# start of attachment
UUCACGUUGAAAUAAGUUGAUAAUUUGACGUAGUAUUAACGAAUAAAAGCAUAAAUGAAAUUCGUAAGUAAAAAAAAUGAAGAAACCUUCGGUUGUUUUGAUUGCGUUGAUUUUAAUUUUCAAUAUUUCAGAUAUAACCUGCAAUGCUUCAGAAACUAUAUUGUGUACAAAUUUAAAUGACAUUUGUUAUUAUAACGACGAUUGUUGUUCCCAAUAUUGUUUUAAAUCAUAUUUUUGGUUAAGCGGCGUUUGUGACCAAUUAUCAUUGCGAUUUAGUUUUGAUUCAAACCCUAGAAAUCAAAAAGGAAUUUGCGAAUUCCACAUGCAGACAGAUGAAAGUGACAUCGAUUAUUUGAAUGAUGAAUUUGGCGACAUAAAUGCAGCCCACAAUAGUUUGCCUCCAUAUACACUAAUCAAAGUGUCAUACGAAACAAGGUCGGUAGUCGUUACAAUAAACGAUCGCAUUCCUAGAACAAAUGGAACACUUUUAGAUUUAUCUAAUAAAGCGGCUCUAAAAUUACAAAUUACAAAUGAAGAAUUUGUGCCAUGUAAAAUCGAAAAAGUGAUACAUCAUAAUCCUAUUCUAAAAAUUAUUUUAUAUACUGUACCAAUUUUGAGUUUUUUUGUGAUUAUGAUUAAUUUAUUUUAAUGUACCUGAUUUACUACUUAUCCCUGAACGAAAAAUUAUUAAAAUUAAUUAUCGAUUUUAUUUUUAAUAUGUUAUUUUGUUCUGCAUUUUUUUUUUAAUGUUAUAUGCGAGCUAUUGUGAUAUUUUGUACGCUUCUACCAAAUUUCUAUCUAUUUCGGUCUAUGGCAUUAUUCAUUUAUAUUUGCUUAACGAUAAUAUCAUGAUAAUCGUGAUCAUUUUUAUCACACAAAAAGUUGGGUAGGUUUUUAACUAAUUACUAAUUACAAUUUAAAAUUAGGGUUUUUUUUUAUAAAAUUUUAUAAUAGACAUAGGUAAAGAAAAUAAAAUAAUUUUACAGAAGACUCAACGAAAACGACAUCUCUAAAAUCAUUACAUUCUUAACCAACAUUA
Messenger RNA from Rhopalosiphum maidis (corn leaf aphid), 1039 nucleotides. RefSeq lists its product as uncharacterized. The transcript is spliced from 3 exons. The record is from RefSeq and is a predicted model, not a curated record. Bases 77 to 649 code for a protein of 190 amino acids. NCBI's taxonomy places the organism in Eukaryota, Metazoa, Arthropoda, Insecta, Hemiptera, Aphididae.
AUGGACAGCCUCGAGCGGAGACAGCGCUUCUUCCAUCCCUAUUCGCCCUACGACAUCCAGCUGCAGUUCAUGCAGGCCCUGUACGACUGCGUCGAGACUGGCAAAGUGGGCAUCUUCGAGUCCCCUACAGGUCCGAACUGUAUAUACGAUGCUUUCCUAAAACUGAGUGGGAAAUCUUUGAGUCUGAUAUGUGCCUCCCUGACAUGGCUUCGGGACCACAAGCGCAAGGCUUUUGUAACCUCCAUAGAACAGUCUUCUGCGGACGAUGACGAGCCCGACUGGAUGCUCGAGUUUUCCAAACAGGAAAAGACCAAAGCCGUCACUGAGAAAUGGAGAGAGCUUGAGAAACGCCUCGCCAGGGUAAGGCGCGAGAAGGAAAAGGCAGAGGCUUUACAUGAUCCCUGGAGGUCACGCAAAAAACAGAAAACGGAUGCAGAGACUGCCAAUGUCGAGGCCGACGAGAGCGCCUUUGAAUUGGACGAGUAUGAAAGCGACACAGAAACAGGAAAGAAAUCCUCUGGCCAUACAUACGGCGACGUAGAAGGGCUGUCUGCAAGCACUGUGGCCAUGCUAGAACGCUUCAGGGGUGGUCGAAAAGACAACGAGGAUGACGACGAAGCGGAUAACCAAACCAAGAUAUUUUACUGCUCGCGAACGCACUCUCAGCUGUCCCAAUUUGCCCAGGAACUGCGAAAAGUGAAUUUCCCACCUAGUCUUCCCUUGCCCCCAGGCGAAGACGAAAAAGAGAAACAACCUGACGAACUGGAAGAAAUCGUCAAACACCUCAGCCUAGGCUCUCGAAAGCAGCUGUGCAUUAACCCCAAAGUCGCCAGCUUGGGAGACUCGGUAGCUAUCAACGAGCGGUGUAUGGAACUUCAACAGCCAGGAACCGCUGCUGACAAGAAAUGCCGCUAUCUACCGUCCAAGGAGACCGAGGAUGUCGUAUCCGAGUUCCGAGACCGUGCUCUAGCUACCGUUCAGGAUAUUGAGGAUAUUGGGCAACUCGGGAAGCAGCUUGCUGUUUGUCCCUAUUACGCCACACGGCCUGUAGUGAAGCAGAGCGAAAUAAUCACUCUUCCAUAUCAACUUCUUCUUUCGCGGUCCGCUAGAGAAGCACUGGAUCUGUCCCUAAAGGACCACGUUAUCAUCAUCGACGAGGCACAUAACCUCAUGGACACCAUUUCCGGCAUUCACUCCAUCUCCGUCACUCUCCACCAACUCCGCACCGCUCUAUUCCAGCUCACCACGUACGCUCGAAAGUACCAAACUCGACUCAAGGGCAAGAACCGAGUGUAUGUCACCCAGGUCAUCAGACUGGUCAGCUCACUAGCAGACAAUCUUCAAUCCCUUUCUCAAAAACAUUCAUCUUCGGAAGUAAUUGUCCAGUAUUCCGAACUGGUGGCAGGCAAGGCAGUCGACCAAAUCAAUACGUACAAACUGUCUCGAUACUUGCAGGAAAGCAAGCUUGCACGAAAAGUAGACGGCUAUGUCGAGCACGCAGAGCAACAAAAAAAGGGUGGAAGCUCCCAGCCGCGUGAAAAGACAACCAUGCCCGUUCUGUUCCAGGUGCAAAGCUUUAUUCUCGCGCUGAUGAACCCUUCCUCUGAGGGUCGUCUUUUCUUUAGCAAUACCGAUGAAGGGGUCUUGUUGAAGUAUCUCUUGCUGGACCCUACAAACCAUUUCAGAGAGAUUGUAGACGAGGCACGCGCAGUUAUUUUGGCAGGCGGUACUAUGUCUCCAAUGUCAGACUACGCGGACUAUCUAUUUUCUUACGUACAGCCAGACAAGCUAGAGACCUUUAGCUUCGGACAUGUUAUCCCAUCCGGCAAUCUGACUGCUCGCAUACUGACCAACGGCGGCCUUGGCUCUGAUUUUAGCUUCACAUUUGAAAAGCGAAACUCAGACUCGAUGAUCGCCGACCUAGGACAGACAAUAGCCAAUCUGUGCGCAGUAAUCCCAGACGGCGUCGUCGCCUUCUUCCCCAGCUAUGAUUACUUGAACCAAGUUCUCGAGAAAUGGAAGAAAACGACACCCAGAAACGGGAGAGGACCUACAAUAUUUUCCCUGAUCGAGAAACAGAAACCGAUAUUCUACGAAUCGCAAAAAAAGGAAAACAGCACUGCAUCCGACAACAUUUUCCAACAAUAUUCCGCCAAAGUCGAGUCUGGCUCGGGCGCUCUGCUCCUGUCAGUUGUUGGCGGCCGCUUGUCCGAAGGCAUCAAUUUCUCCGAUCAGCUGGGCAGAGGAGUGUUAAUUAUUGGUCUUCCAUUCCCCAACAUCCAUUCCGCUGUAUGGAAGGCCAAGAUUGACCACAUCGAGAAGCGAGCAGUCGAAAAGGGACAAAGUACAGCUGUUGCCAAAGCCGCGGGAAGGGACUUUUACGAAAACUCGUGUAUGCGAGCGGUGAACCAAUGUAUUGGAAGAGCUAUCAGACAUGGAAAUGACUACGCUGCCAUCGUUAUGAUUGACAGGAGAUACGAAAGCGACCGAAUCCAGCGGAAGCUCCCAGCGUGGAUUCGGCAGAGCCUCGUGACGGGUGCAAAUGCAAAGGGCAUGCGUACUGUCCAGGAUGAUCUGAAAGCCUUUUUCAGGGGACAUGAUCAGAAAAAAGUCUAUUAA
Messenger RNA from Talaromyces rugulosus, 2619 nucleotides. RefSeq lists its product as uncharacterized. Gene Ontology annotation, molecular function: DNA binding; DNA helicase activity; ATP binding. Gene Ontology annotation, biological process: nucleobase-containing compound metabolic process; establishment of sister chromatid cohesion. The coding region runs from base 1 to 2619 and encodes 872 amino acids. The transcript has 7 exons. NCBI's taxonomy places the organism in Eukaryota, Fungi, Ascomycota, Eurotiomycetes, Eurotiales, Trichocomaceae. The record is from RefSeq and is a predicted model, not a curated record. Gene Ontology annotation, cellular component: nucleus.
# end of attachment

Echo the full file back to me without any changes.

UUCACGUUGAAAUAAGUUGAUAAUUUGACGUAGUAUUAACGAAUAAAAGCAUAAAUGAAAUUCGUAAGUAAAAAAAAUGAAGAAACCUUCGGUUGUUUUGAUUGCGUUGAUUUUAAUUUUCAAUAUUUCAGAUAUAACCUGCAAUGCUUCAGAAACUAUAUUGUGUACAAAUUUAAAUGACAUUUGUUAUUAUAACGACGAUUGUUGUUCCCAAUAUUGUUUUAAAUCAUAUUUUUGGUUAAGCGGCGUUUGUGACCAAUUAUCAUUGCGAUUUAGUUUUGAUUCAAACCCUAGAAAUCAAAAAGGAAUUUGCGAAUUCCACAUGCAGACAGAUGAAAGUGACAUCGAUUAUUUGAAUGAUGAAUUUGGCGACAUAAAUGCAGCCCACAAUAGUUUGCCUCCAUAUACACUAAUCAAAGUGUCAUACGAAACAAGGUCGGUAGUCGUUACAAUAAACGAUCGCAUUCCUAGAACAAAUGGAACACUUUUAGAUUUAUCUAAUAAAGCGGCUCUAAAAUUACAAAUUACAAAUGAAGAAUUUGUGCCAUGUAAAAUCGAAAAAGUGAUACAUCAUAAUCCUAUUCUAAAAAUUAUUUUAUAUACUGUACCAAUUUUGAGUUUUUUUGUGAUUAUGAUUAAUUUAUUUUAAUGUACCUGAUUUACUACUUAUCCCUGAACGAAAAAUUAUUAAAAUUAAUUAUCGAUUUUAUUUUUAAUAUGUUAUUUUGUUCUGCAUUUUUUUUUUAAUGUUAUAUGCGAGCUAUUGUGAUAUUUUGUACGCUUCUACCAAAUUUCUAUCUAUUUCGGUCUAUGGCAUUAUUCAUUUAUAUUUGCUUAACGAUAAUAUCAUGAUAAUCGUGAUCAUUUUUAUCACACAAAAAGUUGGGUAGGUUUUUAACUAAUUACUAAUUACAAUUUAAAAUUAGGGUUUUUUUUUAUAAAAUUUUAUAAUAGACAUAGGUAAAGAAAAUAAAAUAAUUUUACAGAAGACUCAACGAAAACGACAUCUCUAAAAUCAUUACAUUCUUAACCAACAUUA
Messenger RNA from Rhopalosiphum maidis (corn leaf aphid), 1039 nucleotides. RefSeq lists its product as uncharacterized. The transcript is spliced from 3 exons. The record is from RefSeq and is a predicted model, not a curated record. Bases 77 to 649 code for a protein of 190 amino acids. NCBI's taxonomy places the organism in Eukaryota, Metazoa, Arthropoda, Insecta, Hemiptera, Aphididae.
AUGGACAGCCUCGAGCGGAGACAGCGCUUCUUCCAUCCCUAUUCGCCCUACGACAUCCAGCUGCAGUUCAUGCAGGCCCUGUACGACUGCGUCGAGACUGGCAAAGUGGGCAUCUUCGAGUCCCCUACAGGUCCGAACUGUAUAUACGAUGCUUUCCUAAAACUGAGUGGGAAAUCUUUGAGUCUGAUAUGUGCCUCCCUGACAUGGCUUCGGGACCACAAGCGCAAGGCUUUUGUAACCUCCAUAGAACAGUCUUCUGCGGACGAUGACGAGCCCGACUGGAUGCUCGAGUUUUCCAAACAGGAAAAGACCAAAGCCGUCACUGAGAAAUGGAGAGAGCUUGAGAAACGCCUCGCCAGGGUAAGGCGCGAGAAGGAAAAGGCAGAGGCUUUACAUGAUCCCUGGAGGUCACGCAAAAAACAGAAAACGGAUGCAGAGACUGCCAAUGUCGAGGCCGACGAGAGCGCCUUUGAAUUGGACGAGUAUGAAAGCGACACAGAAACAGGAAAGAAAUCCUCUGGCCAUACAUACGGCGACGUAGAAGGGCUGUCUGCAAGCACUGUGGCCAUGCUAGAACGCUUCAGGGGUGGUCGAAAAGACAACGAGGAUGACGACGAAGCGGAUAACCAAACCAAGAUAUUUUACUGCUCGCGAACGCACUCUCAGCUGUCCCAAUUUGCCCAGGAACUGCGAAAAGUGAAUUUCCCACCUAGUCUUCCCUUGCCCCCAGGCGAAGACGAAAAAGAGAAACAACCUGACGAACUGGAAGAAAUCGUCAAACACCUCAGCCUAGGCUCUCGAAAGCAGCUGUGCAUUAACCCCAAAGUCGCCAGCUUGGGAGACUCGGUAGCUAUCAACGAGCGGUGUAUGGAACUUCAACAGCCAGGAACCGCUGCUGACAAGAAAUGCCGCUAUCUACCGUCCAAGGAGACCGAGGAUGUCGUAUCCGAGUUCCGAGACCGUGCUCUAGCUACCGUUCAGGAUAUUGAGGAUAUUGGGCAACUCGGGAAGCAGCUUGCUGUUUGUCCCUAUUACGCCACACGGCCUGUAGUGAAGCAGAGCGAAAUAAUCACUCUUCCAUAUCAACUUCUUCUUUCGCGGUCCGCUAGAGAAGCACUGGAUCUGUCCCUAAAGGACCACGUUAUCAUCAUCGACGAGGCACAUAACCUCAUGGACACCAUUUCCGGCAUUCACUCCAUCUCCGUCACUCUCCACCAACUCCGCACCGCUCUAUUCCAGCUCACCACGUACGCUCGAAAGUACCAAACUCGACUCAAGGGCAAGAACCGAGUGUAUGUCACCCAGGUCAUCAGACUGGUCAGCUCACUAGCAGACAAUCUUCAAUCCCUUUCUCAAAAACAUUCAUCUUCGGAAGUAAUUGUCCAGUAUUCCGAACUGGUGGCAGGCAAGGCAGUCGACCAAAUCAAUACGUACAAACUGUCUCGAUACUUGCAGGAAAGCAAGCUUGCACGAAAAGUAGACGGCUAUGUCGAGCACGCAGAGCAACAAAAAAAGGGUGGAAGCUCCCAGCCGCGUGAAAAGACAACCAUGCCCGUUCUGUUCCAGGUGCAAAGCUUUAUUCUCGCGCUGAUGAACCCUUCCUCUGAGGGUCGUCUUUUCUUUAGCAAUACCGAUGAAGGGGUCUUGUUGAAGUAUCUCUUGCUGGACCCUACAAACCAUUUCAGAGAGAUUGUAGACGAGGCACGCGCAGUUAUUUUGGCAGGCGGUACUAUGUCUCCAAUGUCAGACUACGCGGACUAUCUAUUUUCUUACGUACAGCCAGACAAGCUAGAGACCUUUAGCUUCGGACAUGUUAUCCCAUCCGGCAAUCUGACUGCUCGCAUACUGACCAACGGCGGCCUUGGCUCUGAUUUUAGCUUCACAUUUGAAAAGCGAAACUCAGACUCGAUGAUCGCCGACCUAGGACAGACAAUAGCCAAUCUGUGCGCAGUAAUCCCAGACGGCGUCGUCGCCUUCUUCCCCAGCUAUGAUUACUUGAACCAAGUUCUCGAGAAAUGGAAGAAAACGACACCCAGAAACGGGAGAGGACCUACAAUAUUUUCCCUGAUCGAGAAACAGAAACCGAUAUUCUACGAAUCGCAAAAAAAGGAAAACAGCACUGCAUCCGACAACAUUUUCCAACAAUAUUCCGCCAAAGUCGAGUCUGGCUCGGGCGCUCUGCUCCUGUCAGUUGUUGGCGGCCGCUUGUCCGAAGGCAUCAAUUUCUCCGAUCAGCUGGGCAGAGGAGUGUUAAUUAUUGGUCUUCCAUUCCCCAACAUCCAUUCCGCUGUAUGGAAGGCCAAGAUUGACCACAUCGAGAAGCGAGCAGUCGAAAAGGGACAAAGUACAGCUGUUGCCAAAGCCGCGGGAAGGGACUUUUACGAAAACUCGUGUAUGCGAGCGGUGAACCAAUGUAUUGGAAGAGCUAUCAGACAUGGAAAUGACUACGCUGCCAUCGUUAUGAUUGACAGGAGAUACGAAAGCGACCGAAUCCAGCGGAAGCUCCCAGCGUGGAUUCGGCAGAGCCUCGUGACGGGUGCAAAUGCAAAGGGCAUGCGUACUGUCCAGGAUGAUCUGAAAGCCUUUUUCAGGGGACAUGAUCAGAAAAAAGUCUAUUAA
Messenger RNA from Talaromyces rugulosus, 2619 nucleotides. RefSeq lists its product as uncharacterized. Gene Ontology annotation, molecular function: DNA binding; DNA helicase activity; ATP binding. Gene Ontology annotation, biological process: nucleobase-containing compound metabolic process; establishment of sister chromatid cohesion. The coding region runs from base 1 to 2619 and encodes 872 amino acids. The transcript has 7 exons. NCBI's taxonomy places the organism in Eukaryota, Fungi, Ascomycota, Eurotiomycetes, Eurotiales, Trichocomaceae. The record is from RefSeq and is a predicted model, not a curated record. Gene Ontology annotation, cellular component: nucleus.